The computer camp was developed by the Ministry of Tertiary Education and Skills Training (MTEST) for participants throughout Trinidad and Tobago. In Tobago it was hosted at the Calder Hall Multi-Purpose Community Centre and the Charlotteville Methodist School from March 31 to April 10. The TechnoKids camp aims to demystify computer programming and teach it in a way that’s fun and easy to learn.
Neilson Lewis spoke about his experience as an Instructor at the TechnoKids camp in Charlotteville. “I think the initiative is very good intervention at this age and the games and visual tutorials were well suited to capture and hold the interest of kids this age. It was a beautiful experience for them learning how to do coding and for me to teach them. A lot of people would like to know how to do programming but find that it’s hard, so seeing their excitement brought me joy.” Lewis continued “There was even further excitement when some of them wanted to learn how to do more programming beyond what this curriculum entailed. I used an application called Microsoft Small Basic to do additional programming exercises which they totally enjoyed.”
The computer camp used another game called Kodu which runs on Xbox and is a new visual programming language made specifically for children to create games. Eight-year-old Israel Elias attended the camp at the Calder Hall Multi-Purpose Community Centre and shared that he had a great time creating games. “I enjoyed attending the camp because I made new friends, learned how to use a computer and do coding. I got to play games and I understand now how to give the commands that make the games work. I used coding to give commands to the games’ characters to tell them to walk, move forward, to jump and do different things.”
The main application used in TechnoKids is Microsoft’s Hour of Code which facilitates the ongoing development of children by offering online, self-guided and self-paced tutorials. Even though the camp has concluded the children can go on the Hour of Code’s website and continue on to higher levels of computer programming and obtain certificates for each level. Jacqueline Adams was the Administrator for the TechnoKids Camp at the Calder Hall Multi-Purpose Community Centre and believes that programmes like TechnoKids are really needed in Tobago to broaden the future of the children and diversify Tobago’s economy. Adam shared that the parents were very appreciative of the camp because many of them would not have thought of computer programming as a future career for their children. She said “Some of the parents had other planned Easter activities for their children but they cancelled these plans so the children could come to the camp. The attendance was 100 percent every day except once when a child had an emergency.”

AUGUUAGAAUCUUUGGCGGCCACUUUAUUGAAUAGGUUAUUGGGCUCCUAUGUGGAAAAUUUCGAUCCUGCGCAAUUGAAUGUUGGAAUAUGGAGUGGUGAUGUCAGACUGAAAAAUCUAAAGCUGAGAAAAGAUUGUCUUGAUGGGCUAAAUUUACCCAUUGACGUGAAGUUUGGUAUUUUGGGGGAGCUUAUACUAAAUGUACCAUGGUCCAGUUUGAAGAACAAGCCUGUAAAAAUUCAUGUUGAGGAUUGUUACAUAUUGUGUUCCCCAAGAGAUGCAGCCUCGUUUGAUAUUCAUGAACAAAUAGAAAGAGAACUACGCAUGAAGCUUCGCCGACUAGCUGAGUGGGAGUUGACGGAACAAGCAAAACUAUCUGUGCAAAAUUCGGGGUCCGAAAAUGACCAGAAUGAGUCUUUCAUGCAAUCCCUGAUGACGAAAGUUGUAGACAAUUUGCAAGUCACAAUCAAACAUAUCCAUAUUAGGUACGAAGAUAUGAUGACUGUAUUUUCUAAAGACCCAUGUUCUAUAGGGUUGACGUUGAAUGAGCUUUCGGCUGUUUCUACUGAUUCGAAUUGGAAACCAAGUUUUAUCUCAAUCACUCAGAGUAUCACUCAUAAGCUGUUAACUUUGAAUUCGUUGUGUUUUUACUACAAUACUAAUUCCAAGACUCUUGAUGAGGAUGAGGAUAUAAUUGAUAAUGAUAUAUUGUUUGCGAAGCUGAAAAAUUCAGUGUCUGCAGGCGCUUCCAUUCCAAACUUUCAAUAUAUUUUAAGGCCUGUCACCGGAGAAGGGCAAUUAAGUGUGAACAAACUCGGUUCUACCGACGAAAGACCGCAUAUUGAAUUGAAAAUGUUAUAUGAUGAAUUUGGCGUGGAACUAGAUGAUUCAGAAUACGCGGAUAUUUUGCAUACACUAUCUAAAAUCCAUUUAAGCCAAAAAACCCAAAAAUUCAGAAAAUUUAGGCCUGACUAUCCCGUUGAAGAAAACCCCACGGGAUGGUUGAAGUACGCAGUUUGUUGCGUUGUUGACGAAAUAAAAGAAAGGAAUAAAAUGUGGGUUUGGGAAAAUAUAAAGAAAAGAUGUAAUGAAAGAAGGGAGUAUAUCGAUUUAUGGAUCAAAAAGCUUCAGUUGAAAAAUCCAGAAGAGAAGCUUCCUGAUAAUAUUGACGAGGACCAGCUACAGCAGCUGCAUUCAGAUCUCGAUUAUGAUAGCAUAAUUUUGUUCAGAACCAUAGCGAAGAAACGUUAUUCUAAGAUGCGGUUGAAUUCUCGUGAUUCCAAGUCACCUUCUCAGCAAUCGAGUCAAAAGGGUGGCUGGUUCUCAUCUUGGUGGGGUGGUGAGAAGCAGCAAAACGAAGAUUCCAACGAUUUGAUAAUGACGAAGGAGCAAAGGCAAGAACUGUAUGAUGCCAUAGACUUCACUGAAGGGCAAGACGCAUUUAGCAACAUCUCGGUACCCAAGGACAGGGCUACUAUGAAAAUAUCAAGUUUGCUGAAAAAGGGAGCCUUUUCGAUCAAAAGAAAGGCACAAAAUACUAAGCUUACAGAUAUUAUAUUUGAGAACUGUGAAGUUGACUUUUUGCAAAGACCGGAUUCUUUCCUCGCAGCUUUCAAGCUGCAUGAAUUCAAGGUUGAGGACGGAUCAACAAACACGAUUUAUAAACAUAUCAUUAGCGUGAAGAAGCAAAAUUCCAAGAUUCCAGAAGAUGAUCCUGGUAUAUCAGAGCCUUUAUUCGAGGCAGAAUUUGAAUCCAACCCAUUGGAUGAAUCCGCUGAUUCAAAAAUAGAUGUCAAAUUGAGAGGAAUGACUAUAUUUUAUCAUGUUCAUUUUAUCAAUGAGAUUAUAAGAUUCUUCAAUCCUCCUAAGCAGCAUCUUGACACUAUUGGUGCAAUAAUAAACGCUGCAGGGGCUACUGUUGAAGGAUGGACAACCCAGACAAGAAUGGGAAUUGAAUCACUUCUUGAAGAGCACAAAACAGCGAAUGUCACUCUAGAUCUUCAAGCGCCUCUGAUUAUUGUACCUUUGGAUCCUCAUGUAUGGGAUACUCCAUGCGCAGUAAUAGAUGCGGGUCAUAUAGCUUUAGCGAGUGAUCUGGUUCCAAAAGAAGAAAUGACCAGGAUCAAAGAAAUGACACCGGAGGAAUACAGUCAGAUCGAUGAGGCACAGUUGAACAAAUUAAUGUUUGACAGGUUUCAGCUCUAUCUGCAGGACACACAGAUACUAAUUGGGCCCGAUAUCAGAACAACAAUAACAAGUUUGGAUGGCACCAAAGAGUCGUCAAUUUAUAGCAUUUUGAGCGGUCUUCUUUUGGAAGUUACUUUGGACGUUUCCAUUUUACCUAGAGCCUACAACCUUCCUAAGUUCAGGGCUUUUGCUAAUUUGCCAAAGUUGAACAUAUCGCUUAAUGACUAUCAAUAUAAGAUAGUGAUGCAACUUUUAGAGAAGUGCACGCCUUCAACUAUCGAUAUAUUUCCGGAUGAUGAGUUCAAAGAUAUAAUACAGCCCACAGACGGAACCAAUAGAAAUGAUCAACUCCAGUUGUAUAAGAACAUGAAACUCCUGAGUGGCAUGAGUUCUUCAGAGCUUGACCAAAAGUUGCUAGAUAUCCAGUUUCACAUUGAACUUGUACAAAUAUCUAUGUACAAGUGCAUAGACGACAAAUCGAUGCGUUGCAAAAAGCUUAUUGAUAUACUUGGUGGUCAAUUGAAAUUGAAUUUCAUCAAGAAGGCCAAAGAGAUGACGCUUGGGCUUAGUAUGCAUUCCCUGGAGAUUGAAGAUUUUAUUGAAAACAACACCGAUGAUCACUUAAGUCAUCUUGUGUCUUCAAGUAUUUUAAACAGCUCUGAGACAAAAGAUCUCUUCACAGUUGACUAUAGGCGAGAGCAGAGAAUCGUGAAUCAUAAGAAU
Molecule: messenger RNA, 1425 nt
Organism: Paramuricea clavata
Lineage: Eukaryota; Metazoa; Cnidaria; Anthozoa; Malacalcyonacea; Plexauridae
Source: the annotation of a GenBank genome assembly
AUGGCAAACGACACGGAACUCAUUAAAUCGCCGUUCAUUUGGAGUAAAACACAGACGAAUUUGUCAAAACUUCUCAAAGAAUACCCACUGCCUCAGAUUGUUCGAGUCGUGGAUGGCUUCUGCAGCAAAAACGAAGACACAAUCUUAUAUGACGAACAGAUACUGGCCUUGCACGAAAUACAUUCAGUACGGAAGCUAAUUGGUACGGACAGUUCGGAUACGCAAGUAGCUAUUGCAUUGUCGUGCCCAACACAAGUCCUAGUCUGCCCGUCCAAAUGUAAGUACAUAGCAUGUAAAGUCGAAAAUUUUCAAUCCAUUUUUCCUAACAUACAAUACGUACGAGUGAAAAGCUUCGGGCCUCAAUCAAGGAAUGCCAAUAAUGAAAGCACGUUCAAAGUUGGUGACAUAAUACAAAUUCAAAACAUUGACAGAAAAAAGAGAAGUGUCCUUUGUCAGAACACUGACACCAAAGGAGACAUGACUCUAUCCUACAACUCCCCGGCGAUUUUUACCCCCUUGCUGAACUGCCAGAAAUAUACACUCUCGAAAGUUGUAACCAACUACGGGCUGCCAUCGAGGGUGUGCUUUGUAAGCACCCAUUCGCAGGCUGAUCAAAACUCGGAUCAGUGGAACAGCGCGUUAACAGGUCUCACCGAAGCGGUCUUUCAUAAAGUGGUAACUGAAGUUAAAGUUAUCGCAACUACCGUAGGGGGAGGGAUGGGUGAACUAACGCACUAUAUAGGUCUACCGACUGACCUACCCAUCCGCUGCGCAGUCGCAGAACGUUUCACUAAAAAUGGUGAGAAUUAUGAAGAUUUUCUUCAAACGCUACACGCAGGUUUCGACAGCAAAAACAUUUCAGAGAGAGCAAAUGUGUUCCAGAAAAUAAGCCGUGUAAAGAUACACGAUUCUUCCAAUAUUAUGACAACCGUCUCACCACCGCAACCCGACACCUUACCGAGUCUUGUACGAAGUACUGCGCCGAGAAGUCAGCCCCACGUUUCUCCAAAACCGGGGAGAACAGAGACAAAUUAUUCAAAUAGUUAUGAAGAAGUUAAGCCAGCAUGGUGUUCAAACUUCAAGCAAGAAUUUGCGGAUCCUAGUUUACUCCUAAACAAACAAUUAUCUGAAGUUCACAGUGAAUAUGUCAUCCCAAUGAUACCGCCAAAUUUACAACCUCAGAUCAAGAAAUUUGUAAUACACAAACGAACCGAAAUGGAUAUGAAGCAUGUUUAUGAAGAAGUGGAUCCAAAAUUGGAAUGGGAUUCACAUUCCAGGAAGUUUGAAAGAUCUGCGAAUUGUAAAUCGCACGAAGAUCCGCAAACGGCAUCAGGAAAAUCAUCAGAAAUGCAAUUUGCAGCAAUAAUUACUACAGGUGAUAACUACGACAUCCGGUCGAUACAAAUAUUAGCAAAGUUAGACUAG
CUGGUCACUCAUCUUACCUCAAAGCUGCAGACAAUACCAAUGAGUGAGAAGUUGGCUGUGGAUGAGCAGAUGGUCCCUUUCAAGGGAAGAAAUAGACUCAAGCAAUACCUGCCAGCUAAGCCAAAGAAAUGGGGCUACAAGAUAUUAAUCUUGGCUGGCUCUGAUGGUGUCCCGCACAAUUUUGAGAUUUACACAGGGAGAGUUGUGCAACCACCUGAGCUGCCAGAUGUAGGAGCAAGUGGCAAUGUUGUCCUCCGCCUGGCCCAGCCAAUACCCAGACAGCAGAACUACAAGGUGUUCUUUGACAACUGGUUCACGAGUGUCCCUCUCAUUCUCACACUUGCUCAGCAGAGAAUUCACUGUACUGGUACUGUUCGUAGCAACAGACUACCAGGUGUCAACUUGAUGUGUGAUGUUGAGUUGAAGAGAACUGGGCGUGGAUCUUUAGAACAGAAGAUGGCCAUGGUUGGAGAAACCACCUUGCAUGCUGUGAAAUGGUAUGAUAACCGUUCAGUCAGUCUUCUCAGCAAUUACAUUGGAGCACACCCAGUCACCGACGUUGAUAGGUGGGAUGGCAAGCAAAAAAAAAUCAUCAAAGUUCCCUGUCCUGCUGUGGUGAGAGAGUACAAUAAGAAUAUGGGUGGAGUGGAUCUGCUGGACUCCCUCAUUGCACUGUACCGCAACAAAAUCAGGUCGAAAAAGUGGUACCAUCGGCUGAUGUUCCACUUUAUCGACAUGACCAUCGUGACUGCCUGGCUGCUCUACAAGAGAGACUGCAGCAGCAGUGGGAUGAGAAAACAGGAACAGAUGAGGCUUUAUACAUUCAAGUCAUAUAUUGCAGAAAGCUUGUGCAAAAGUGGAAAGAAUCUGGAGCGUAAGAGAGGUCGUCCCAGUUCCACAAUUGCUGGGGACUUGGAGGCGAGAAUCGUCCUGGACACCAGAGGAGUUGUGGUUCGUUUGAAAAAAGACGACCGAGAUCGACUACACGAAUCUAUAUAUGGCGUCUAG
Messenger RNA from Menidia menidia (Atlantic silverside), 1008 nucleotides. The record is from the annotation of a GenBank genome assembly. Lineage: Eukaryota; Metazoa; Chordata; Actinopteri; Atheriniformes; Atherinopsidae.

Lewis agreed that the TechnoKids programme was good Tobago and explained why “Firstly it will help these children to be able to express themselves better. To create and give commands to the games’ characters should have helped them learn how to break things down into very small steps.” Lewis added “Secondly we have a tourism dependent economy but this should open their minds to careers in IT; not just being a programmer but how the computer works, the hardware aspect of it etc. It is good to know that we may have a good future work force to draw on.”
A total of six hundred and thirty-five children participated in MTEST’s 2015 edition of its TechnoKids camp at various venues around Trinidad and Tobago to encourage as many children as possible to consider IT and software development as a future career. The Blink I Bmobile Foundation was a proud sponsor of the TechnoKids programme and donated the T-shirts for the children and staff, as well as the tablets used. Frances Simmons, Head of Tobago Operations at blink I bmobile expressed her delight at seeing how quickly the children learned computer programming and said “It was great to see the kids having fun during their vacation but still learning at the same time. We look forward to seeing many more children becoming involved in technology, now and in the future, and we will continue to support the education of our nation’s youth as much as we can.”